Brits love baked beans. Consuming more than every other nation combined, Britain has had a long-standing love affair with these tomato-bathed legumes. In 1912, tins of baked beans were a staple in the diet of Captain Scott and his comrades as they struggled across the bitterly cold wilds of Antarctica. During World War Two they were deemed a ‘fundamental food’ by the country’s government, forming a central element of the wartime food rationing system. Today they are just as likely to be found in the cupboards of Brits, ready to be stuffed into a jacket potato, lathered on toast, or slapped on a Full English Breakfast.
This love affair, however, may be about to enter a rocky patch; as with everything British, the noble baked bean is about to come head-to-head with the realities of Brexit.
Despite being the poster-boy of British cuisine, baked beans are actually the result of a modern, international collaboration. The beans themselves (haricot beans) are mostly grown in the United States before they are sent to Italy for further processing. Once in the Bel Paese, they are mixed with Italian tomatoes and the secret blend of herbs that gives them their distinct flavour.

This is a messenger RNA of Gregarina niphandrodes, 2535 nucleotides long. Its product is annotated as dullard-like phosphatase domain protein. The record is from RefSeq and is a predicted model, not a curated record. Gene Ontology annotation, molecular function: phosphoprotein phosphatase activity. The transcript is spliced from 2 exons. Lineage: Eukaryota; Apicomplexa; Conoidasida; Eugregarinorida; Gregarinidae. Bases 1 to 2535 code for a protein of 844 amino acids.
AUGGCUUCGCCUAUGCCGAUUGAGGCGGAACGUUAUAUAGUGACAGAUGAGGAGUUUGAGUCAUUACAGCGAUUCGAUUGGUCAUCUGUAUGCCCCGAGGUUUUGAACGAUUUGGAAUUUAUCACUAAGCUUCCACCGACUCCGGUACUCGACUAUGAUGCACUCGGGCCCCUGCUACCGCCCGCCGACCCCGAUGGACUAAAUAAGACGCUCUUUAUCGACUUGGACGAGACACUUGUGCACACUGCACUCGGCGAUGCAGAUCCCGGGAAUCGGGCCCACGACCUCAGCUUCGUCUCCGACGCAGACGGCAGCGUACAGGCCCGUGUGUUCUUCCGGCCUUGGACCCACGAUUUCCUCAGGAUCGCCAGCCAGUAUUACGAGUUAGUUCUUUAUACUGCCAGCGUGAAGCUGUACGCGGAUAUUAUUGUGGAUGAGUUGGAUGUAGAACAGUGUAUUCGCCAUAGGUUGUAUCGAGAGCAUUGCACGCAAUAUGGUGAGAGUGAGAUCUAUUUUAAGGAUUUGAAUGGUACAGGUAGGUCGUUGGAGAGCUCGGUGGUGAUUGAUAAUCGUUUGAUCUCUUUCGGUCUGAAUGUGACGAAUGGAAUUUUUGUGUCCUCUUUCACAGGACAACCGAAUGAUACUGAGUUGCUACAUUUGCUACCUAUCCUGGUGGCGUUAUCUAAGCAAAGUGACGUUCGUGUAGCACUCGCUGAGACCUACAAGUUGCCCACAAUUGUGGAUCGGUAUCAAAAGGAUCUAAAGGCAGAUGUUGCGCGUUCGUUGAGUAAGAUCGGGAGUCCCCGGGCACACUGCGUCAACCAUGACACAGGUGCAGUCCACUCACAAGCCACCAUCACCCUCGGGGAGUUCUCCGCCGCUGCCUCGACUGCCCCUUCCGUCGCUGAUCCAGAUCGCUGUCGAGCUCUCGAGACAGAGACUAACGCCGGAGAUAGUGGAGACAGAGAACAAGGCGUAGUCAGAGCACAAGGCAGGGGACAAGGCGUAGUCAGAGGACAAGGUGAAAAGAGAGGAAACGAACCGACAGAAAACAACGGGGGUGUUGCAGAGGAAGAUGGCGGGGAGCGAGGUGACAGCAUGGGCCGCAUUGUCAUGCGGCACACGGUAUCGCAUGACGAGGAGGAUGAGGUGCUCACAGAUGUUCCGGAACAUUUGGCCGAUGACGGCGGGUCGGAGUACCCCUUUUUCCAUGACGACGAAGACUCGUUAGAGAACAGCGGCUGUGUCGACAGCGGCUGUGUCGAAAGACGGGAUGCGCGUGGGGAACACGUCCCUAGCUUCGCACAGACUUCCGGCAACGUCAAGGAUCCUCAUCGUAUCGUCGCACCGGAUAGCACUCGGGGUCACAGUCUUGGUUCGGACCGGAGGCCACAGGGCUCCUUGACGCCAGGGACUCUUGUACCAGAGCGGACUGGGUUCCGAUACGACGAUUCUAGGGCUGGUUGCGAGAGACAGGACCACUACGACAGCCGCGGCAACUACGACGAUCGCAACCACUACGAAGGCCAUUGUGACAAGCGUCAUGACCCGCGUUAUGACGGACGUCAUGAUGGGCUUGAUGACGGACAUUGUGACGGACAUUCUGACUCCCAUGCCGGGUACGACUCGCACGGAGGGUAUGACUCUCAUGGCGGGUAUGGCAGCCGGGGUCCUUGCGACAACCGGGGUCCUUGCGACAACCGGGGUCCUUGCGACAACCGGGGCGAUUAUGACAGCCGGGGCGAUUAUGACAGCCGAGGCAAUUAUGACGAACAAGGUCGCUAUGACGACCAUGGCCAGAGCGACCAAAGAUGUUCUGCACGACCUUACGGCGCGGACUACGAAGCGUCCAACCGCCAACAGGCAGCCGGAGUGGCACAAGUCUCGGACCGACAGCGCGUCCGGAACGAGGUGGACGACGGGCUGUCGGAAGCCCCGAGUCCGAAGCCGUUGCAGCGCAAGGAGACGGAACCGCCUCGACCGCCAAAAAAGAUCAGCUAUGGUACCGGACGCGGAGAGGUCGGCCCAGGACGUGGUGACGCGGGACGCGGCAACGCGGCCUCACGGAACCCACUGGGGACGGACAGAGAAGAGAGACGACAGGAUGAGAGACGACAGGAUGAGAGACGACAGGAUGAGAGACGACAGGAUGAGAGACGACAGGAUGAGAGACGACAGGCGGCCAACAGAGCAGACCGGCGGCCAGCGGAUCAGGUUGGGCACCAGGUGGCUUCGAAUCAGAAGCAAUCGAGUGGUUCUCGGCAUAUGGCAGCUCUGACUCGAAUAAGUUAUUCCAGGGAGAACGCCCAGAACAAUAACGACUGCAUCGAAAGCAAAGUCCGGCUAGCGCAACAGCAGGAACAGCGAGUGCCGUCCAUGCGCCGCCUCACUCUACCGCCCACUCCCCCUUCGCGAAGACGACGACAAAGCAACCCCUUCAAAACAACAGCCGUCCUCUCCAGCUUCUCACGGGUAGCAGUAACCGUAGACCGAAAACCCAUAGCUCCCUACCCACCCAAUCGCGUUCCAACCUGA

Whilst little is certain about Britain’s post-Brexit future, there is no doubt that food prices will be higher. The hike in prices is expected to be most steep in the event of a no-deal scenario, as the UK reverts to World Trade Organisation rules.
Along with every other foodstuff produced in the EU, the Brits’ beloved baked bean will not escape this price increase; in a study considering the cost of individual ingredients in a Full English Breakfast, KPMG predict baked beans to increase by as much as 18%.
Fears of paying more for this British staple has caused frantic stockpiling, with the NHS in Wales reported to have stored 22 tons of beans to counter potential difficulties in the supply chain after a no-deal Brexit.
As separation from the EU looms ever closer, the British people will have to consider how much they are willing to pay for one of their most favourite, historical foods.
For more information on how Brexit may affect Italian food prices, and to get the best deals in any event, get in contact with the Italian Food Experts.